Brian Eno first came across the work of Rick Holland in the late 90's during the Map-Making project; a series of collaborative works between students of the Royal College, the Guildhall School of Music, the Royal Academy of Music, the Royal College of Music, the National Youth Orchestra and the English National Ballet, among others. In 2003, Brian and Rick made their first music together. The resulting work does not appear on this album. In the time since that initial session they have met infrequently to work on new compositions. In early 2011, following the release of Small Craft on a Milk Sea (Brian's debut album for Warp Records), the pair resolved to finish the project. Drums Between the Bells is the result.

Customer Reviews

3.9 out of 5 stars
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Most Helpful Customer Reviews

33 of 34 people found the following review helpful By Charles Miller on July 8, 2011
Format: Audio CD
Since the previous reviewer did such an excellent job of explaining the single CD version, these comments are confined to the 2-CD deluxe edition. If you can afford it, this is definitely the version to get.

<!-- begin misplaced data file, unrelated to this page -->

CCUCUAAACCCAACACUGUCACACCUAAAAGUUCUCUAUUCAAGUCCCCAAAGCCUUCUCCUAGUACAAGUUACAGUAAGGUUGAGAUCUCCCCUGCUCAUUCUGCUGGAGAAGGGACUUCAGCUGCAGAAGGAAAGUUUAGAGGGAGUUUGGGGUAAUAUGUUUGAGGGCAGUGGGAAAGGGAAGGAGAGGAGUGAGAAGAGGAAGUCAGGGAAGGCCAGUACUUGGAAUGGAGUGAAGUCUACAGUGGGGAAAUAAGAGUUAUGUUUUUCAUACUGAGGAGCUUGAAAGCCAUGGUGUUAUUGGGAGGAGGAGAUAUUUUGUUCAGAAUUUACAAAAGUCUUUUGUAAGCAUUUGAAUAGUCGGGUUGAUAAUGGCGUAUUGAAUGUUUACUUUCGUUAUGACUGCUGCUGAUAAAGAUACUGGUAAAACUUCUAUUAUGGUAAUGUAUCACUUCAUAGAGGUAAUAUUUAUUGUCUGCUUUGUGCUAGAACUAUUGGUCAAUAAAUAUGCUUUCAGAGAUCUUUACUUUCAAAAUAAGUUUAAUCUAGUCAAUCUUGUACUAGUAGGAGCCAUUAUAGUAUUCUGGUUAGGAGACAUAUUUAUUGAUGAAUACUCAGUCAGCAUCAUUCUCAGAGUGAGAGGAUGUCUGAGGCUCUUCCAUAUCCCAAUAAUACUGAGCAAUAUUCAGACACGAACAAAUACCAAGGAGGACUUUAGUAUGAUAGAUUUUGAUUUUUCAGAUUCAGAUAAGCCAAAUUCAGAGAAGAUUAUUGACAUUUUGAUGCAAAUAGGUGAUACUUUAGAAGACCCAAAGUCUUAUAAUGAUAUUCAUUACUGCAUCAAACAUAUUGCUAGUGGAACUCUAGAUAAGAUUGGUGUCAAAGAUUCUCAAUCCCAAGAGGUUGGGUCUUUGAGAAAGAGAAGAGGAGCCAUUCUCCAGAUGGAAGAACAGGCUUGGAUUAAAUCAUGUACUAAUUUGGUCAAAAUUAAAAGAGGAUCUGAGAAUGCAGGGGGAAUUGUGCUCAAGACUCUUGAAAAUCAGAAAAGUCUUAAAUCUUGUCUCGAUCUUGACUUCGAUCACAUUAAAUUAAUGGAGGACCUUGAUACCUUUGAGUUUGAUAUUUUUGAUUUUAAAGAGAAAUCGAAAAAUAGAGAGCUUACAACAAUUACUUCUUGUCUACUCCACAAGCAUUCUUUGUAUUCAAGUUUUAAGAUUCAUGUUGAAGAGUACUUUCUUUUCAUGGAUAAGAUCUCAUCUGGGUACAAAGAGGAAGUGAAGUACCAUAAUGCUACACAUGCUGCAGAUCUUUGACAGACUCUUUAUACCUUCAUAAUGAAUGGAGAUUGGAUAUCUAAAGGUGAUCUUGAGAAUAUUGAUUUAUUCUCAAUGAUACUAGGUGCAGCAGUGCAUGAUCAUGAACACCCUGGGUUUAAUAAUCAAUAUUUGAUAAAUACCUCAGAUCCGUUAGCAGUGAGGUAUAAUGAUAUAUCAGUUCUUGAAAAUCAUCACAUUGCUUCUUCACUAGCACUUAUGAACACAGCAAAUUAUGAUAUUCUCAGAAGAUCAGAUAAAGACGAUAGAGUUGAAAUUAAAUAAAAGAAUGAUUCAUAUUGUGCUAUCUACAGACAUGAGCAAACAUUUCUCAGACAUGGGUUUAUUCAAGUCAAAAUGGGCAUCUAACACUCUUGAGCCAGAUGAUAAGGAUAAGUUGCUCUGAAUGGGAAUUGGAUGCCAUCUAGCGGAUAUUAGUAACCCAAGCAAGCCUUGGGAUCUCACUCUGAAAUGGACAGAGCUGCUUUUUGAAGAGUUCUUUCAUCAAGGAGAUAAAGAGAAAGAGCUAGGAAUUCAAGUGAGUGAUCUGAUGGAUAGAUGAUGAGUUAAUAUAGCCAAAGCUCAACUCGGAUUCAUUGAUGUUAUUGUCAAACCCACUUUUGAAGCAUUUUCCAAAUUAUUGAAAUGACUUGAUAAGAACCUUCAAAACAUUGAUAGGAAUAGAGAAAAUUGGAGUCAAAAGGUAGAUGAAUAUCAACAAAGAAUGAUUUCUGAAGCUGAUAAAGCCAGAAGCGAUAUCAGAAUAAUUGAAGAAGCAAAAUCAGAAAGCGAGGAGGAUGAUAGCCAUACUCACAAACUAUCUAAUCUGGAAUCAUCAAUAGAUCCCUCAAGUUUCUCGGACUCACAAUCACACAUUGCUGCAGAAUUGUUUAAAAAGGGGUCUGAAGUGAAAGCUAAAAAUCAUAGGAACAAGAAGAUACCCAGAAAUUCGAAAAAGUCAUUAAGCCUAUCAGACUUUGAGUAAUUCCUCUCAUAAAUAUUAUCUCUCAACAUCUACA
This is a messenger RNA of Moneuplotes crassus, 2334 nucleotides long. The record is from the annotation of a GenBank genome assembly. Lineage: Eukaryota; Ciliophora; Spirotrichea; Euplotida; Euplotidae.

The bonus CD contains the instrumental version of the album, sans the poetry. While the music remains the same, the titles of the tracks are different. This makes sense, as without the words it is a different album. It truly adds to the understanding of the cutting-edge content of the first disc. Additionally, the instrumental disc reveals a sound which harkens back to Eno's early works. While this sound is present on the first disc, it is not as obvious there. There have been other instrumental versions of vocal albums before, but never has the difference been as dramatic as it is here. These discs serve to dramatically demonstrate just how excellent the components are to the whole.